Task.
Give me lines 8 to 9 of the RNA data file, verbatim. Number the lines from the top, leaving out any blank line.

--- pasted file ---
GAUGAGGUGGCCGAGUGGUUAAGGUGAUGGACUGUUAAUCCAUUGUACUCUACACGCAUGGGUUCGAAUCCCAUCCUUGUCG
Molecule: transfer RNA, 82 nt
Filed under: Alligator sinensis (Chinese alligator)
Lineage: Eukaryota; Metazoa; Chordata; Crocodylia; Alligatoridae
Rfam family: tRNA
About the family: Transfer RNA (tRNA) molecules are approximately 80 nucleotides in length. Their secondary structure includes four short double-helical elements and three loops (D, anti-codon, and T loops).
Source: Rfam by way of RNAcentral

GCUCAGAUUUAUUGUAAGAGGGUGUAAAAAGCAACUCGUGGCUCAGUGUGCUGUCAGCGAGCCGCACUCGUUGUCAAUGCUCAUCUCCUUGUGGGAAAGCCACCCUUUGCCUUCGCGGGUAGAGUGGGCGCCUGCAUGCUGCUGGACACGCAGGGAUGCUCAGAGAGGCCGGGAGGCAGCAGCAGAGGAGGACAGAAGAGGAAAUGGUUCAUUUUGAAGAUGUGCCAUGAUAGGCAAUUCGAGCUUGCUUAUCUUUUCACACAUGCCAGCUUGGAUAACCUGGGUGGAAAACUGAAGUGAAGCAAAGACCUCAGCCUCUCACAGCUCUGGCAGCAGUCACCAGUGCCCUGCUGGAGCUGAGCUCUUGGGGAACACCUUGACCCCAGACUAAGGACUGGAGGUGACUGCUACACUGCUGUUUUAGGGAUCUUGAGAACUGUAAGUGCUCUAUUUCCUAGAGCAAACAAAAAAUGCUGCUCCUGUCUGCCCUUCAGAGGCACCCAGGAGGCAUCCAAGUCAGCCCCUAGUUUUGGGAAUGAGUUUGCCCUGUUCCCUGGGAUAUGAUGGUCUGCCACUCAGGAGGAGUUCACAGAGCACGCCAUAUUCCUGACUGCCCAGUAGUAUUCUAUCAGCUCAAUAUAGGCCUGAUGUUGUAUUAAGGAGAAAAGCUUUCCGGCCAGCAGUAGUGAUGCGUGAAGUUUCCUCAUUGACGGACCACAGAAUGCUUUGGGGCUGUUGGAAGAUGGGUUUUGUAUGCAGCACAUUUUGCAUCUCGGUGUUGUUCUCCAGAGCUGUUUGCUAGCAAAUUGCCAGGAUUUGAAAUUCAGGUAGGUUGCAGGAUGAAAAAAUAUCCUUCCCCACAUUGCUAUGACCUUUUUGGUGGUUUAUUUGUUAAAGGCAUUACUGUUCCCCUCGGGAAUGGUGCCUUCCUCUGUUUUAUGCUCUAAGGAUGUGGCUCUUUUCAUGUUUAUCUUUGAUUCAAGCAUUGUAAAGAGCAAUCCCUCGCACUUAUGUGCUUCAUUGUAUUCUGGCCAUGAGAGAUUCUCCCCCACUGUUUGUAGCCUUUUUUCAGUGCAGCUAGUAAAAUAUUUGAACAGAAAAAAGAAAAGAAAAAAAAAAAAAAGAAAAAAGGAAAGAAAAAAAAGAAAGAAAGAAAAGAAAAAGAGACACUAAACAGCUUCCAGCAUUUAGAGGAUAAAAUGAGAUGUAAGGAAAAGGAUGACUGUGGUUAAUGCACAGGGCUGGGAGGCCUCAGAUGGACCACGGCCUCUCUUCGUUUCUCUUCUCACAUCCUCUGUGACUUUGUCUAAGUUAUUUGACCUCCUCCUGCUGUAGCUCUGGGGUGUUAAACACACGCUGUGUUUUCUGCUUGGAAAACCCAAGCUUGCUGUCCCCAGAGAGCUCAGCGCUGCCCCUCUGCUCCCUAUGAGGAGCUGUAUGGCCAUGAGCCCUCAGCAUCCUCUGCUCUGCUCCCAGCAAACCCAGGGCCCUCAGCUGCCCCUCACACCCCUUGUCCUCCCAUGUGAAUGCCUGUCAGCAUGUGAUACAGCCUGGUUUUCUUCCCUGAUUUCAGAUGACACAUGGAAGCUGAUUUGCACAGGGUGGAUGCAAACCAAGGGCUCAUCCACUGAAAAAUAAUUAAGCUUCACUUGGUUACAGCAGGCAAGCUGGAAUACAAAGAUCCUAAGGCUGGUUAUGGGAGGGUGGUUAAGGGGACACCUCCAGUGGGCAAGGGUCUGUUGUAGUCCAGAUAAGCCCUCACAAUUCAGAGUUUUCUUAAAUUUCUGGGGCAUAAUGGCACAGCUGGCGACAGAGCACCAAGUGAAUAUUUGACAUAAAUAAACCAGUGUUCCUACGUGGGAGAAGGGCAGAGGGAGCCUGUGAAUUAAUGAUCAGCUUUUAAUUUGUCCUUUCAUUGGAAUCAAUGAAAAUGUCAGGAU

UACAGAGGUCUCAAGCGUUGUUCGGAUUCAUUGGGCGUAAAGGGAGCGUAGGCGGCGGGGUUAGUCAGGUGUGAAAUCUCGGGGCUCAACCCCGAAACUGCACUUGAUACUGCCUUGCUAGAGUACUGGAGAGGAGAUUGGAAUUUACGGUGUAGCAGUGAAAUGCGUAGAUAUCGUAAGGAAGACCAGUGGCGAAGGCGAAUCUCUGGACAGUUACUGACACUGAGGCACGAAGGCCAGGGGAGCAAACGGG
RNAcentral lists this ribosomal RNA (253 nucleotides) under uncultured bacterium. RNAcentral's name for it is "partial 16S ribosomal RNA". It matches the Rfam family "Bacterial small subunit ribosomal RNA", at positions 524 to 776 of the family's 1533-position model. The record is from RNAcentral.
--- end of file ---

GCUCAGAUUUAUUGUAAGAGGGUGUAAAAAGCAACUCGUGGCUCAGUGUGCUGUCAGCGAGCCGCACUCGUUGUCAAUGCUCAUCUCCUUGUGGGAAAGCCACCCUUUGCCUUCGCGGGUAGAGUGGGCGCCUGCAUGCUGCUGGACACGCAGGGAUGCUCAGAGAGGCCGGGAGGCAGCAGCAGAGGAGGACAGAAGAGGAAAUGGUUCAUUUUGAAGAUGUGCCAUGAUAGGCAAUUCGAGCUUGCUUAUCUUUUCACACAUGCCAGCUUGGAUAACCUGGGUGGAAAACUGAAGUGAAGCAAAGACCUCAGCCUCUCACAGCUCUGGCAGCAGUCACCAGUGCCCUGCUGGAGCUGAGCUCUUGGGGAACACCUUGACCCCAGACUAAGGACUGGAGGUGACUGCUACACUGCUGUUUUAGGGAUCUUGAGAACUGUAAGUGCUCUAUUUCCUAGAGCAAACAAAAAAUGCUGCUCCUGUCUGCCCUUCAGAGGCACCCAGGAGGCAUCCAAGUCAGCCCCUAGUUUUGGGAAUGAGUUUGCCCUGUUCCCUGGGAUAUGAUGGUCUGCCACUCAGGAGGAGUUCACAGAGCACGCCAUAUUCCUGACUGCCCAGUAGUAUUCUAUCAGCUCAAUAUAGGCCUGAUGUUGUAUUAAGGAGAAAAGCUUUCCGGCCAGCAGUAGUGAUGCGUGAAGUUUCCUCAUUGACGGACCACAGAAUGCUUUGGGGCUGUUGGAAGAUGGGUUUUGUAUGCAGCACAUUUUGCAUCUCGGUGUUGUUCUCCAGAGCUGUUUGCUAGCAAAUUGCCAGGAUUUGAAAUUCAGGUAGGUUGCAGGAUGAAAAAAUAUCCUUCCCCACAUUGCUAUGACCUUUUUGGUGGUUUAUUUGUUAAAGGCAUUACUGUUCCCCUCGGGAAUGGUGCCUUCCUCUGUUUUAUGCUCUAAGGAUGUGGCUCUUUUCAUGUUUAUCUUUGAUUCAAGCAUUGUAAAGAGCAAUCCCUCGCACUUAUGUGCUUCAUUGUAUUCUGGCCAUGAGAGAUUCUCCCCCACUGUUUGUAGCCUUUUUUCAGUGCAGCUAGUAAAAUAUUUGAACAGAAAAAAGAAAAGAAAAAAAAAAAAAAGAAAAAAGGAAAGAAAAAAAAGAAAGAAAGAAAAGAAAAAGAGACACUAAACAGCUUCCAGCAUUUAGAGGAUAAAAUGAGAUGUAAGGAAAAGGAUGACUGUGGUUAAUGCACAGGGCUGGGAGGCCUCAGAUGGACCACGGCCUCUCUUCGUUUCUCUUCUCACAUCCUCUGUGACUUUGUCUAAGUUAUUUGACCUCCUCCUGCUGUAGCUCUGGGGUGUUAAACACACGCUGUGUUUUCUGCUUGGAAAACCCAAGCUUGCUGUCCCCAGAGAGCUCAGCGCUGCCCCUCUGCUCCCUAUGAGGAGCUGUAUGGCCAUGAGCCCUCAGCAUCCUCUGCUCUGCUCCCAGCAAACCCAGGGCCCUCAGCUGCCCCUCACACCCCUUGUCCUCCCAUGUGAAUGCCUGUCAGCAUGUGAUACAGCCUGGUUUUCUUCCCUGAUUUCAGAUGACACAUGGAAGCUGAUUUGCACAGGGUGGAUGCAAACCAAGGGCUCAUCCACUGAAAAAUAAUUAAGCUUCACUUGGUUACAGCAGGCAAGCUGGAAUACAAAGAUCCUAAGGCUGGUUAUGGGAGGGUGGUUAAGGGGACACCUCCAGUGGGCAAGGGUCUGUUGUAGUCCAGAUAAGCCCUCACAAUUCAGAGUUUUCUUAAAUUUCUGGGGCAUAAUGGCACAGCUGGCGACAGAGCACCAAGUGAAUAUUUGACAUAAAUAAACCAGUGUUCCUACGUGGGAGAAGGGCAGAGGGAGCCUGUGAAUUAAUGAUCAGCUUUUAAUUUGUCCUUUCAUUGGAAUCAAUGAAAAUGUCAGGAU

UACAGAGGUCUCAAGCGUUGUUCGGAUUCAUUGGGCGUAAAGGGAGCGUAGGCGGCGGGGUUAGUCAGGUGUGAAAUCUCGGGGCUCAACCCCGAAACUGCACUUGAUACUGCCUUGCUAGAGUACUGGAGAGGAGAUUGGAAUUUACGGUGUAGCAGUGAAAUGCGUAGAUAUCGUAAGGAAGACCAGUGGCGAAGGCGAAUCUCUGGACAGUUACUGACACUGAGGCACGAAGGCCAGGGGAGCAAACGGG